Last weekend MrsDarwin and I took some time out to watch Bend It Like Beckam. (Fun movie.) Anyway, there's a point where the main character's test scores for getting into university have just come, and she's excited to open them, but her mother is insisting on holding the sealed envelope while praying to the family protector (Knowing nothing about Punjabi religion, I'm not clear exactly what he is: ancestor, spirit, god? There's a painting of him in the living room, and I believe they refer to him as "Papa G", though I could have misheard or misremembered.) that the scores will be good.
Now, on the face of it, this seems downright silly, since the test has already been taken and scored, and the scores (whatever they are) are already written down on the paper on the envelope. Even assuming that Papa G has the power to influence the test scores, it's now too late.
Maybe thinking about all this much is a mistake right there, as prayer is (for Christians) at attempt to communicate with a being much different from ourselves. Sacred scripture gives us a number of analogies by which to think about prayer, yet all of them cast the interaction between God and man via prayer in more directly human terms -- as in the parable of the old woman and the dishonest judge.
Taking it that God is both all knowing and outside of time, there is in theory no reason why one should not offer prayers of supplication regarding the outcome of an event which has already occurred but the result of which you are not yet aware of. One would assume that God would have been aware of those prayers before the event occurred. Yet is seems doubly odd to offer prayers after the fact about an event in which you yourself were the primary player. Thus, if you took a multiple choice test, but have not yet received the grades, it seems odd to offer prayers asking God to help you do well on the test, since any last minute inspiration you might have had while taking the test has already taken place. The fact that you don't yet know your score doesn't change the fact that you have already recorded answers which are (by the pre-set criteria of the test) either right or wrong.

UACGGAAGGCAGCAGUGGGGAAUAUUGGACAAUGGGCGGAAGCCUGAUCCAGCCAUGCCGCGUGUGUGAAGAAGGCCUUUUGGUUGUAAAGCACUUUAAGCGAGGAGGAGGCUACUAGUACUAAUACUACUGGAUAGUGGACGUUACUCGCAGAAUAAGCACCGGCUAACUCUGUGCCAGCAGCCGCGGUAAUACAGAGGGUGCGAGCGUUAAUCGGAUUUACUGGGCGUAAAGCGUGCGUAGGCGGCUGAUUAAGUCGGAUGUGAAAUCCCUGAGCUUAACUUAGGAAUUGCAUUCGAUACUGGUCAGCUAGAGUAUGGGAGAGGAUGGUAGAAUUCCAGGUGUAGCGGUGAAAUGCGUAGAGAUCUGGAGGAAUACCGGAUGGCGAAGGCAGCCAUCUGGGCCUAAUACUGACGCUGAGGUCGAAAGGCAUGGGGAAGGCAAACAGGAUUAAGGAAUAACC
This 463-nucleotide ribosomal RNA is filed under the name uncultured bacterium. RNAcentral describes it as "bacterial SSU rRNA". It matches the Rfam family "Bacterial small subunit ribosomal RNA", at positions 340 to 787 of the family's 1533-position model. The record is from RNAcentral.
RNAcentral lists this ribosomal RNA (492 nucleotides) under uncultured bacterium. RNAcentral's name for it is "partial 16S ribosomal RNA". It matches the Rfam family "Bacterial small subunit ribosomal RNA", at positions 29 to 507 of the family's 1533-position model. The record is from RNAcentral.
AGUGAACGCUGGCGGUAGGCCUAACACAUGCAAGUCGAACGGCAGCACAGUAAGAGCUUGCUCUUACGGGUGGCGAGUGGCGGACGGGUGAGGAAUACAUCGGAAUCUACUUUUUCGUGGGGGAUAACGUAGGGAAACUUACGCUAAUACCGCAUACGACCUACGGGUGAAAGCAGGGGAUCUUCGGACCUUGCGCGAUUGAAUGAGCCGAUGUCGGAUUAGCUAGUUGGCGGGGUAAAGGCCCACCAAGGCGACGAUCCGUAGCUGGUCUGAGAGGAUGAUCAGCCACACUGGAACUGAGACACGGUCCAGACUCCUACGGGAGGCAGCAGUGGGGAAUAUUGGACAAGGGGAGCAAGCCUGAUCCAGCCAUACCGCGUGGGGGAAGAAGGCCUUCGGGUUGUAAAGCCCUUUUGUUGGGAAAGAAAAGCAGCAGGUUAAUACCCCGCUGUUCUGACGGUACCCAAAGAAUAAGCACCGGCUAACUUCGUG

It shouldn't come as a surprise that our interactions with the infinite are something that we find difficult to understand. As I said, perhaps one does well not to think on the odder elements of all this too deeply.
Perhaps another thing to recall is that traditional Catholic spirituality teaches that prayers of supplication should be thought of as the least of our prayers. More important are prayers of praise and prayers of thanks. We are, after all, not in nearly as good a position to know what is best for us as God is. The old lady in the parable harangues the dishonest judge constantly demanding that he give her justice. But in her case, she has a better knowledge of justice than the judge does. When we beseech God, the situation is the opposite. Not my will, but Thine be done.
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